The Gram-positive model organism and soil bacterium Bacillus subtilis naturally produces a variety of antimicrobial peptides (AMPs), including the ribosomally synthesized and post-translationally modified AMP YydF, which is encoded in the yydFGHIJ locus. The yydF gene encodes the pre-pro-peptide, which is, in a unique manner, initially modified at two amino acid positions by the radical SAM epimerase YydG. Subsequently, the membrane-anchored putative protease YydH is thought to cleave and release the mature AMP, YydF, to the environment. The AMP YydF, with two discreet epimerizations among 17 residues as sole post-translat...
Source: Frontiers in Microbiology - February 11, 2020 Category: Microbiology Source Type: research

Antiviral Drugs Against Severe Fever With Thrombocytopenia Syndrome Virus Infection
Severe fever with thrombocytopenia syndrome (SFTS) is an emerging tick-borne infectious disease caused by SFTS virus (SFTSV), which is a novel bunyavirus. SFTSV was first isolated from patients who presented with fever, thrombocytopenia, leukocytopenia, and multiorgan dysfunction in China. Subsequently, it was found to be widely distributed in Southeast Asia (Korea, Japan, and Vietnam). SFTSV can be transmitted not only from ticks but also from domestic animals, companion animals, and humans. Because the case fatality rate of SFTS is high (6–30%), development of specific and effective treatment for SFTS is required. ...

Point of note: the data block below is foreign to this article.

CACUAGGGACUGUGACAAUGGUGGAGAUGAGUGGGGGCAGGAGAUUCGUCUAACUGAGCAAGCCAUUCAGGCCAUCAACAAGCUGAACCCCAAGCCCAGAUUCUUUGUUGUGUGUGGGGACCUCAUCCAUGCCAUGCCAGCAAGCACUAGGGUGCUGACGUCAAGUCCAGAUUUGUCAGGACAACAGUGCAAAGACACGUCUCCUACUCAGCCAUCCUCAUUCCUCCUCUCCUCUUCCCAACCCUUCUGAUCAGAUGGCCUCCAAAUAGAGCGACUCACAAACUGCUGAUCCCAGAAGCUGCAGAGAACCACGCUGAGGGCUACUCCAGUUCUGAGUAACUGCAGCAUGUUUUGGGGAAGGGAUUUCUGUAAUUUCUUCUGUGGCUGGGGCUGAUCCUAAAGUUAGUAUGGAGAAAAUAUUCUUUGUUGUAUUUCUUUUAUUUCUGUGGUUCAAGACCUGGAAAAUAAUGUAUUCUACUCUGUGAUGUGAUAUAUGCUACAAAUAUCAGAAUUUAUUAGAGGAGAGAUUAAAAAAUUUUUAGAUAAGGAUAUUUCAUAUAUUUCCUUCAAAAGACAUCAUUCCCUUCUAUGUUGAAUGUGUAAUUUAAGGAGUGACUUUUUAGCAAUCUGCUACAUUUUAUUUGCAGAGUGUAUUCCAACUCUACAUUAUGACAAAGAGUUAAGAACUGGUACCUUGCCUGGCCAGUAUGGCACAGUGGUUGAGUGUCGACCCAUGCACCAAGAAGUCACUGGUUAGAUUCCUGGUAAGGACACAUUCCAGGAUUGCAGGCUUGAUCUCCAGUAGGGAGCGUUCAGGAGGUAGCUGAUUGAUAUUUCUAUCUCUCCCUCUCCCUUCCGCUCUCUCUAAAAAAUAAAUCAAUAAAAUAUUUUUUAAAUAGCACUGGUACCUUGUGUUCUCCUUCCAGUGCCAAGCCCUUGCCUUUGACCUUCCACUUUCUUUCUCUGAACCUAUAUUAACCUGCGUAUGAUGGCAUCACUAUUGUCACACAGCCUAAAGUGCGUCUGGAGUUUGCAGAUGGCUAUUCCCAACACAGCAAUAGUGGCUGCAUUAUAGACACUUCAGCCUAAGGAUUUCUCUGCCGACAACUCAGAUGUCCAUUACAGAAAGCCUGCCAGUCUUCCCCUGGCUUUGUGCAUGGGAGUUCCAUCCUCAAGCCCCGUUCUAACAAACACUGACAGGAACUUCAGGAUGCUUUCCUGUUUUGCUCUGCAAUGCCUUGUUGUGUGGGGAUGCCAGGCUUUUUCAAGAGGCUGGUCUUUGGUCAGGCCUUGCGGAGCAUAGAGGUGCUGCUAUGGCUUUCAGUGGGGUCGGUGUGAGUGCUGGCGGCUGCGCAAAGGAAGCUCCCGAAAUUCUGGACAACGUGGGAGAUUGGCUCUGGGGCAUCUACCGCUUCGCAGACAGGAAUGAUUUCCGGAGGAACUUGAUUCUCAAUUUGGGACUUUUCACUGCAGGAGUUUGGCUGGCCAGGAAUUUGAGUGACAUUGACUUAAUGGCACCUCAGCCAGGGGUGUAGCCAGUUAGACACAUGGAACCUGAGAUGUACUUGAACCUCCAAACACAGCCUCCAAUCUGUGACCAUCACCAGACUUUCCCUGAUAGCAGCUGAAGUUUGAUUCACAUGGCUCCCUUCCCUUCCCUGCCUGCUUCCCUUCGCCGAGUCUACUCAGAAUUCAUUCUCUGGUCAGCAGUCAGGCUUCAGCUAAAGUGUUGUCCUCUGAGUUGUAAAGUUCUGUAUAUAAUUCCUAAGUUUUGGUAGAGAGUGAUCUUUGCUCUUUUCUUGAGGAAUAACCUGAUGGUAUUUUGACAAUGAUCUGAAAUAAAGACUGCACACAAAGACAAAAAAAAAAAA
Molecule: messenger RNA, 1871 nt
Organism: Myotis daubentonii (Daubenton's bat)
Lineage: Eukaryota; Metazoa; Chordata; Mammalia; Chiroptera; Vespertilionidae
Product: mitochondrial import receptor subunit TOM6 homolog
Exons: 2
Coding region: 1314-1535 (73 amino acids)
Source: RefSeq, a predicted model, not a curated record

Source: Frontiers in Microbiology - February 11, 2020 Category: Microbiology Source Type: research

A Moraxella Virulence Factor Catalyzes an Essential Esterase Reaction of Biotin Biosynthesis
We report that this is the case. The gene encoding the new isoform, called btsA, was isolated by complementation of an E. coli bioH deletion strain. The requirement of BtsA for the biotin biosynthesis in M. catarrhalis was confirmed by a biotin auxotrophic phenotype caused by deletion of btsA in vivo and a reconstituted in vitro desthiobiotin synthesis system. Purified BtsA was shown to cleave the physiological substrate pimeloyl-ACP methyl ester to pimeloyl-ACP by use of a Ser117-His254-Asp287 catalytic triad. The lack of sequence alignment with other isozymes together with phylogenetic analyses revealed BtsA as a new cla...
Source: Frontiers in Microbiology - February 11, 2020 Category: Microbiology Source Type: research

Transcriptome Analysis Reveals New Insight of Fowl Adenovirus Serotype 4 Infection
Since 2015, Fowl adenovirus serotype 4 (FAdV-4) infection has caused serious economic losses to the poultry industry worldwide. We isolated and identified the FAdV-4 strain NP, from infected chickens on a layer farm, using chicken embryo allantoic cavity inoculation, electron microscopy, viral genome sequencing, and regression analysis. To explore the pathogenesis of FAdV-4 infection, we conducted transcriptome sequencing analysis of the liver in chickens infected with FAdV-4, using the Illumina® HiSeq 2000 system. Two days after infection with the FAdV-4 NP strain, 13,576 differentially expressed genes (DEGs) were scr...
Source: Frontiers in Microbiology - February 11, 2020 Category: Microbiology Source Type: research